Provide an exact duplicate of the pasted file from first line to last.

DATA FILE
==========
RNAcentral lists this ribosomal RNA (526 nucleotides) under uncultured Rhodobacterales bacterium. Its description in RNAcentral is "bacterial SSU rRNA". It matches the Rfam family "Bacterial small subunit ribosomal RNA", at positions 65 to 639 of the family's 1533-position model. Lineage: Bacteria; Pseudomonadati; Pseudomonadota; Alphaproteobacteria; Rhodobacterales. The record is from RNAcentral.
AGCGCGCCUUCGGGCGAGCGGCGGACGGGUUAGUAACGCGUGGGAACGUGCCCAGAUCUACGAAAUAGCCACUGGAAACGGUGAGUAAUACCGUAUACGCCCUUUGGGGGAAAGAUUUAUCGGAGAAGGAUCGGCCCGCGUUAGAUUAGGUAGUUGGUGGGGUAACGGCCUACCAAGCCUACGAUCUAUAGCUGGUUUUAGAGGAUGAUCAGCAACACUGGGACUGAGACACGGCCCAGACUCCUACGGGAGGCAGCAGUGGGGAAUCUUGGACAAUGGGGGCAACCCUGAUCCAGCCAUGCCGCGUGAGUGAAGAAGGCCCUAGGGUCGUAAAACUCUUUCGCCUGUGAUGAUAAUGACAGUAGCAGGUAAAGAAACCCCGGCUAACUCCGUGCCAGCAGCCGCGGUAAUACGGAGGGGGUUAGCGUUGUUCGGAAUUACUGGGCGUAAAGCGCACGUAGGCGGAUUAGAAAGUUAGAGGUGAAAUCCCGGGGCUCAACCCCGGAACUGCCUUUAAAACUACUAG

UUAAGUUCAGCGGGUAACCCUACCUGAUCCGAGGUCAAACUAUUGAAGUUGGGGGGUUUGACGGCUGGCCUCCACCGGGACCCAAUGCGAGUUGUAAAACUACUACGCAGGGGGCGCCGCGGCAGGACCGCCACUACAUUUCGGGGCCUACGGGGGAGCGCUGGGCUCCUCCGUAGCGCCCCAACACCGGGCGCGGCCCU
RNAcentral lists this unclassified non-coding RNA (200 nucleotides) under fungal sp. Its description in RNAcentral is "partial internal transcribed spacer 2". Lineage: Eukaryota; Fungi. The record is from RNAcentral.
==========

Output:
RNAcentral lists this ribosomal RNA (526 nucleotides) under uncultured Rhodobacterales bacterium. Its description in RNAcentral is "bacterial SSU rRNA". It matches the Rfam family "Bacterial small subunit ribosomal RNA", at positions 65 to 639 of the family's 1533-position model. Lineage: Bacteria; Pseudomonadati; Pseudomonadota; Alphaproteobacteria; Rhodobacterales. The record is from RNAcentral.
AGCGCGCCUUCGGGCGAGCGGCGGACGGGUUAGUAACGCGUGGGAACGUGCCCAGAUCUACGAAAUAGCCACUGGAAACGGUGAGUAAUACCGUAUACGCCCUUUGGGGGAAAGAUUUAUCGGAGAAGGAUCGGCCCGCGUUAGAUUAGGUAGUUGGUGGGGUAACGGCCUACCAAGCCUACGAUCUAUAGCUGGUUUUAGAGGAUGAUCAGCAACACUGGGACUGAGACACGGCCCAGACUCCUACGGGAGGCAGCAGUGGGGAAUCUUGGACAAUGGGGGCAACCCUGAUCCAGCCAUGCCGCGUGAGUGAAGAAGGCCCUAGGGUCGUAAAACUCUUUCGCCUGUGAUGAUAAUGACAGUAGCAGGUAAAGAAACCCCGGCUAACUCCGUGCCAGCAGCCGCGGUAAUACGGAGGGGGUUAGCGUUGUUCGGAAUUACUGGGCGUAAAGCGCACGUAGGCGGAUUAGAAAGUUAGAGGUGAAAUCCCGGGGCUCAACCCCGGAACUGCCUUUAAAACUACUAG

UUAAGUUCAGCGGGUAACCCUACCUGAUCCGAGGUCAAACUAUUGAAGUUGGGGGGUUUGACGGCUGGCCUCCACCGGGACCCAAUGCGAGUUGUAAAACUACUACGCAGGGGGCGCCGCGGCAGGACCGCCACUACAUUUCGGGGCCUACGGGGGAGCGCUGGGCUCCUCCGUAGCGCCCCAACACCGGGCGCGGCCCU
RNAcentral lists this unclassified non-coding RNA (200 nucleotides) under fungal sp. Its description in RNAcentral is "partial internal transcribed spacer 2". Lineage: Eukaryota; Fungi. The record is from RNAcentral.